Appendices -- Useful Supplemental Information

WORKING GUIDE TO TRADITIONAL SMALL-BOAT SAILS

David N. Nichols, Breakaway Books, Paperback, 2006.

(From a review by S. K. Hopkins in Messing About in Boats magazine)

In this much-needed book Nichols focuses on the very foundation of the messing-about-in-boats revolution: traditional small sailing craft. Anyone who owns one, or is building (or dreaming of building) one, should consider having it. Iím delighted to add it to my own shelves of sail-related books. There is nothing else like it in print.

Reviewers are prone to seek out and highlight faults, but this book is too good to nit-pick. There are a couple of points about sail and rigging design I would debate with the author, but they are not worth mentioning in detail.

The book reflects devotion to tradition, is well grounded on the many authorities cited, and executed in plain language. Thereís a chapter for each of the usual traditional rigs -- gunter, sprit and sprit-boomed, lug, and gaff, plus some less usual ones. Each chapter describes a typical sail and calls attention to important spar and rigging details, with optional ways of doing things. High-quality color photos and drawings make everything clear.

Thatís the primary content, but several pages cover basic marlinspike work like splicing, seizing, whipping -- stuff you need to know to properly rig your traditional sail. For readers who might contemplate retrofitting a modern-rig boat, thereís a chapter on how to draw a traditional sailplan to replace a standard jib/mainsail one, and work out the CEís, CLRís and new mast position so the boat will still be balanced.

In a chapter on Chinese lugsíls, you learn, among other things, how to use a plum bob to help design sailplans.

In spite of the title, this is not a guide to making sails. Thereís a brief introductory review of how sails work, typical cambers, panel orientation, appropriate cloth weights, etc., but its all once-over-lightly and non-technical -- not intended to allow the reader to make a small-craft sail. (For that you want Emiliano Marinoís l994 Sailmakerís Apprentice, which strongly emphasizes small-craft sails.)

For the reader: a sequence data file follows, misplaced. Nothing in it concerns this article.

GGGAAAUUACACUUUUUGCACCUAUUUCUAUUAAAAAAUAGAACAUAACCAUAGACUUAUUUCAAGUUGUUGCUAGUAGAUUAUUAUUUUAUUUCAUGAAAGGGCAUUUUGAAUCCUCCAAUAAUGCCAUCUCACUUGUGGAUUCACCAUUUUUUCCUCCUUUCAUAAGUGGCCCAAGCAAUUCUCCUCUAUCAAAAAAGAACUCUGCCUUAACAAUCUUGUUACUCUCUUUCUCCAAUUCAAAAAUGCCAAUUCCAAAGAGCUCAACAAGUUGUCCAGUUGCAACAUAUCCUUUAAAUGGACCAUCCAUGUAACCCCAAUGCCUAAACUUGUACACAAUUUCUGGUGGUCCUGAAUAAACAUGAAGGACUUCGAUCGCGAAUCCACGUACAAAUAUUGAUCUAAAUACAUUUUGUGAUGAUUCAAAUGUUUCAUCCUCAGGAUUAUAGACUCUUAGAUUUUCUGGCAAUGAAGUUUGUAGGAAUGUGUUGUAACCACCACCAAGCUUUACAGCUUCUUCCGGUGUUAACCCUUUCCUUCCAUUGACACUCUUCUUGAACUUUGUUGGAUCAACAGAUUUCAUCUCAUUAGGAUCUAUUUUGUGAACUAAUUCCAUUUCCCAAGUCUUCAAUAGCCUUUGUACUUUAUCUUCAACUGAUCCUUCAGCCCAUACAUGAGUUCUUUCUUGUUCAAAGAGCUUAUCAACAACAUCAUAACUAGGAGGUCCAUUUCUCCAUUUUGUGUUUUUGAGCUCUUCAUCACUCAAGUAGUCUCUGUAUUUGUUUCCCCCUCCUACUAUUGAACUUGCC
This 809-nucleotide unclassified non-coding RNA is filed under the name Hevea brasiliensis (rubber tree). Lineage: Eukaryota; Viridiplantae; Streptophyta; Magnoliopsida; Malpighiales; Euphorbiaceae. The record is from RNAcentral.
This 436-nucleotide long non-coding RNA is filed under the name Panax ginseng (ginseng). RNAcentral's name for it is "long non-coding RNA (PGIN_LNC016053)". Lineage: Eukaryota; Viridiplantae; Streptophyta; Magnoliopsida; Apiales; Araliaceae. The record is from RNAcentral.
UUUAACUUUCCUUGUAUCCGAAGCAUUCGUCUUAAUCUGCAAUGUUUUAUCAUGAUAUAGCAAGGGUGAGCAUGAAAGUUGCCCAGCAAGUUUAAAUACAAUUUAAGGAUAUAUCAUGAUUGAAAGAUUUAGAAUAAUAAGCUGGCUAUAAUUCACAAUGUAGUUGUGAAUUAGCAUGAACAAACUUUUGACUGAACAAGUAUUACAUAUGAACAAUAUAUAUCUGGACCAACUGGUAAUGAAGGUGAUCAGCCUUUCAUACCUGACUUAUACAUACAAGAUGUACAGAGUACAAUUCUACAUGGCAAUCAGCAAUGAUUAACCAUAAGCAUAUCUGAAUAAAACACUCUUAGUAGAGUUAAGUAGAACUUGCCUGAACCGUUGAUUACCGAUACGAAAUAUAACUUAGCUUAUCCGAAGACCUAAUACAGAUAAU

If youíve read the score of books and magazine articles Nichols quotes or refers to you might find you already know nearly everything between these covers. Even so, just to refresh your memory about the several ways to rig a snotter or lace a luff to a spar, you might have the dining room table littered with Ian Oughtredís series of small-craft rig articles in WoodenBoat, Capt Cullerís Skiffs and Schooners, John Leatherís Spritsíls and Lugsíls, Brian Toss on rigging, and a few other experts. Nichols has studied them all, pulled out his favorite nuggets, added snippets from personal experience, illustrated everything, and put it all into an orderly, easy to use, understandable, and very handsome package.

An incidental value of this book is the likelihood it will prompt readers to explore some of the authorities cited.

If all the revered customers Iíve made small craft sails for had a copy of this book, I could have saved many hours coaching them on different aspects of their new (and novel to them) sails -- how to rig sliding gunters, parrels for lug yards, brailing lines, luff downhauls, etc., etc. Now I can just refer querulous customers to Mr. Nichols.

(The author of the Working Guide does business in Texas as Arrowhead Boats. See www.arrowheadboats.com, where you can read another review of his book.)



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